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← Adam and Eve: Literal or Literary?

Adam and Eve: Literal or Literary? - Comments

Bernard Hurley's Avatar Comment 1 by Bernard Hurley

It makes me wonder whether the FSM was created already cooked or whether the Great Chef in the sky chose a particular dish of spaghetti bolognese to have a special relationship with Him.

Mon, 21 Jun 2010 17:05:55 UTC | #482324

sara g's Avatar Comment 2 by sara g

I read the comments and was kind of frustrated at first. Then I started recognizing the mental gymnastics of people who are just starting to question why their holy book makes no sense. Some of those folks will definitely be showing up here some day and telling us their stories of how they escaped their religion.

Mon, 21 Jun 2010 17:36:11 UTC | #482334

elmo14's Avatar Comment 3 by elmo14

I'm sad to say that I myself live in Edina, MN, in fact, only a block or so away from Colonial Church. Reading this post was just yet another rude awakening to "mental masturbation" and religious lunacy that for the most part in everyday life is operating under my radar... For a very long time I kind of just assumed that no one really believed in all this bullshit, and just went to church because of tradition and a sense of community. I actually went to church, against my will though I had learned pretty quickly not to vocalize my opposition..., until I was confirmed in the 9th grade. I can remember sitting with a group of my peers in a room being taught the story of creation. I didn't really think anything of it at the time; I didn't pay much attention to anything during conformation as I was well aware, though not necessarily well informed, that the bible was not historically accurate and should only be taken as allegory. But looking back, I'm pretty sure there were many of my peers who believed it to be literally true. It was the only subject our Pastor deemed it necessary that our parents accompany us, and I can really only speculate why, but I have to assume it was because of the inherent conflict with reality when taken to be literally true... I guess the point I am trying to make, and the reason I felt compelled to post something, is that I seize to be amazed that otherwise completely rational people can be so incredibly deluded when it comes to religion. And am even more so deeply saddened and incredibly frustrated at the misconceptions associated with the term atheism. Just as I was utterly baffled to find out some of my good friends, who I had been friends with for several years, didn't understand in the reality of evolution but were actually, I shit you not, believers in young earth creationism; they were equally as surprised, after a lengthy and heart felt open conversation, to realize that everything they had been told about atheism was just a bunch of contrived and ignorant bullshit.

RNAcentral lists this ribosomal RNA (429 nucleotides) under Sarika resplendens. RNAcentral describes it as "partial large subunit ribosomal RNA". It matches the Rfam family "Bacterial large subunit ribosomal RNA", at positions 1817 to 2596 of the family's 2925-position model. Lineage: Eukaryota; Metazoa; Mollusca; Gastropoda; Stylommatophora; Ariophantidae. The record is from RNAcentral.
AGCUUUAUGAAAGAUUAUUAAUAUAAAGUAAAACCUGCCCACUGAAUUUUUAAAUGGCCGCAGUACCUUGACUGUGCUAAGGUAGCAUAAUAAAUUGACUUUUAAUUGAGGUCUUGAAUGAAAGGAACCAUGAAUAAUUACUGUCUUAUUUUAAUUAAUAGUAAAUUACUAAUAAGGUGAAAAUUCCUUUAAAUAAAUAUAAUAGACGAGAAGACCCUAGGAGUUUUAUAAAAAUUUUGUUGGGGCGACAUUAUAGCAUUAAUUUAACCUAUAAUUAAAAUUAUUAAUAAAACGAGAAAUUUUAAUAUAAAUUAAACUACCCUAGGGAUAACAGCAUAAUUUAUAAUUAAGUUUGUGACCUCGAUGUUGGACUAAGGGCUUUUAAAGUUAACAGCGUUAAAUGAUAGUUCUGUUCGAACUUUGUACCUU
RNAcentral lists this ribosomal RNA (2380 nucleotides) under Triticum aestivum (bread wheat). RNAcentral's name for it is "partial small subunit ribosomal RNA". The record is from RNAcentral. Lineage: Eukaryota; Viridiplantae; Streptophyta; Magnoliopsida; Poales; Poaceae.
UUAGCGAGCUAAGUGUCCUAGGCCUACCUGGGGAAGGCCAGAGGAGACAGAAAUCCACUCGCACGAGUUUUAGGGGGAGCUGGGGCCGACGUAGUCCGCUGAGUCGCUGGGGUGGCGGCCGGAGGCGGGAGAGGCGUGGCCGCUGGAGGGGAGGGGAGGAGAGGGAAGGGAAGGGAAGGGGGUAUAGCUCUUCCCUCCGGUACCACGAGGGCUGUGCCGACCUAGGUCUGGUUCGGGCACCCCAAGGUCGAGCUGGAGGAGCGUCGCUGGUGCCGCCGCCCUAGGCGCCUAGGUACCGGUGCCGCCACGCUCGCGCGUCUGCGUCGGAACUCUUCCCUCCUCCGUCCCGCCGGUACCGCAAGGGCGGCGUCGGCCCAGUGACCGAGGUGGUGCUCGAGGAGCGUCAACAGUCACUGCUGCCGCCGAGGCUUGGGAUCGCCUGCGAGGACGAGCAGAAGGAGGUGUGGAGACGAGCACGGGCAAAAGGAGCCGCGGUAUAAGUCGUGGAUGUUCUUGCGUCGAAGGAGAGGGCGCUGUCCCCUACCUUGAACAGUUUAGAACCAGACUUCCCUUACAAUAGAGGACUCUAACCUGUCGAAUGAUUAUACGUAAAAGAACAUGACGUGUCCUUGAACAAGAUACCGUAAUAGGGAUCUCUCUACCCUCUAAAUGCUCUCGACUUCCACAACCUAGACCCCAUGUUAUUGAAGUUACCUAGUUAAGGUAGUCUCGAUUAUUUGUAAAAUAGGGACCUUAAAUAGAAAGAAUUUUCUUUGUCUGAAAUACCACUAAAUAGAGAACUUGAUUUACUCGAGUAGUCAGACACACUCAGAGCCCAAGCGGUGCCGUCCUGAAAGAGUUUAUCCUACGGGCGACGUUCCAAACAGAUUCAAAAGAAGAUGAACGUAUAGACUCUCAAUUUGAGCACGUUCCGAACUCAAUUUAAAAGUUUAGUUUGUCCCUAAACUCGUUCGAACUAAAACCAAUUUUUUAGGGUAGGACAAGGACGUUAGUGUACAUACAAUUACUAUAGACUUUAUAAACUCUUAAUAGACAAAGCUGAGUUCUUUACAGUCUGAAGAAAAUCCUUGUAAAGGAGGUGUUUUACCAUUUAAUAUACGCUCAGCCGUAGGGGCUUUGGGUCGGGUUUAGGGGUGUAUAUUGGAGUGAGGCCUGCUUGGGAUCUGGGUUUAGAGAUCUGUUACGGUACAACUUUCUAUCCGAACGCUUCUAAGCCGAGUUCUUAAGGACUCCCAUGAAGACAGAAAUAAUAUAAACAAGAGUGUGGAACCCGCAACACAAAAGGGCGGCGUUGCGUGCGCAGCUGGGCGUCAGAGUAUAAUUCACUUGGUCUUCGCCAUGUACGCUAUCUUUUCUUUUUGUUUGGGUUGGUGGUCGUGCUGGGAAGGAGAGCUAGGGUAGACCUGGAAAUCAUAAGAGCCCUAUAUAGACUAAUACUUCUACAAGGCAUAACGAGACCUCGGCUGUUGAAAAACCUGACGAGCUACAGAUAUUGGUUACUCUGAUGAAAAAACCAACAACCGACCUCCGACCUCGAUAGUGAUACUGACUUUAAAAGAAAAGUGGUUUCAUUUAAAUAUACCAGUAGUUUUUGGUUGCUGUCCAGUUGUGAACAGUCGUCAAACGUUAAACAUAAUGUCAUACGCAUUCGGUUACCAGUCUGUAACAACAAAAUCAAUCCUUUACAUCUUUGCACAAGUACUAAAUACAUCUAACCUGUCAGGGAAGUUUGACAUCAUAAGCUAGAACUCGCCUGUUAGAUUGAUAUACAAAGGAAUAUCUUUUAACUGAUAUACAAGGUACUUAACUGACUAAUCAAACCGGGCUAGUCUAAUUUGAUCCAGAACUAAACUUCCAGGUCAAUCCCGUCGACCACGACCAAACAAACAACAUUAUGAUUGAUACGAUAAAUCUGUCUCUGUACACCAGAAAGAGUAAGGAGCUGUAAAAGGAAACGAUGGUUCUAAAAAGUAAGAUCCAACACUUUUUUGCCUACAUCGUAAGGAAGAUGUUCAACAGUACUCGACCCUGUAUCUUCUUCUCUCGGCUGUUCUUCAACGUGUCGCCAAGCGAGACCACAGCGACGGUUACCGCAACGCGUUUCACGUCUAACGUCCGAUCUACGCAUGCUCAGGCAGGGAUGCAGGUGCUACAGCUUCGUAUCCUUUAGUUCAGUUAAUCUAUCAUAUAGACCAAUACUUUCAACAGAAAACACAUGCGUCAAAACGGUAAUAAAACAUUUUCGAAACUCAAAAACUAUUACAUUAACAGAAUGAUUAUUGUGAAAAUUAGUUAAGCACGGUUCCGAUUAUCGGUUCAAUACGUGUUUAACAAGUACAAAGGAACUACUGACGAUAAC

Mon, 21 Jun 2010 17:43:41 UTC | #482337

TrumpetPower!'s Avatar Comment 4 by TrumpetPower!

Oh, for fuck’s sake. Really?

In the year 2010, there are actually people so blitheringly idiotic as to think that there really was an Adam and an Eve?

God damn, but these people are stupid.

I’m sorry, but I have a hard time feeling any sympathy for grown adults who still believe in the literal truth of faery tales like that one. If you want to look for literary meaning or anthropologic insight in ancient mythology, go ahead and knock yourself out. But next thing you know the BidiotLogos crowd will be trying to explain how talking shrubberies (on fire, no less!) can teach reluctant heros in proper magic wand technique.

Oh, wait….



Mon, 21 Jun 2010 17:58:47 UTC | #482346

passutoba's Avatar Comment 5 by passutoba

Not having the religious mindset that assumes a god and nurdles around to be as accommodationist as possible, I find this article staggeringly ridiculous in its willingness to even indulge the idea of A&E being glad about that. Imagine how many chin-stroking christians you could get to a 3-day conference on this matter, earnestly discussing the issue over limp sandwiches and crap coffee without a hint of irony or introspection, let alone a sense of absurdity.

Mon, 21 Jun 2010 18:03:46 UTC | #482348

Bernard Hurley's Avatar Comment 6 by Bernard Hurley

Einstein once said "Only two things are infinite: the universe and humans stupidity - and I'm not sure about the universe!"

Mon, 21 Jun 2010 18:10:43 UTC | #482350

Ben_Ridge's Avatar Comment 7 by Ben_Ridge

It's true that Christians having these kinds of discussions amongst themselves may seem silly to us, but shouldn't we just be happy that they accept evolution? I think it's alright if they want to waste time pondering over the Adam & Eve literal/figurative debate. At the end of the day I hope we're not trying to make the world think just like us. That's why I appreciate Kenneth Miller so much; sure I think his take on evolution as the method god chose to bring about humans is superfluous, but who cares if Christians want to entertain themselves with a few extra mental back flips? I just want people to accept what seems to be true based on the evidence; I really don't care if they ALSO believe in god.

Mon, 21 Jun 2010 18:21:52 UTC | #482354

Dark Matter's Avatar Comment 8 by Dark Matter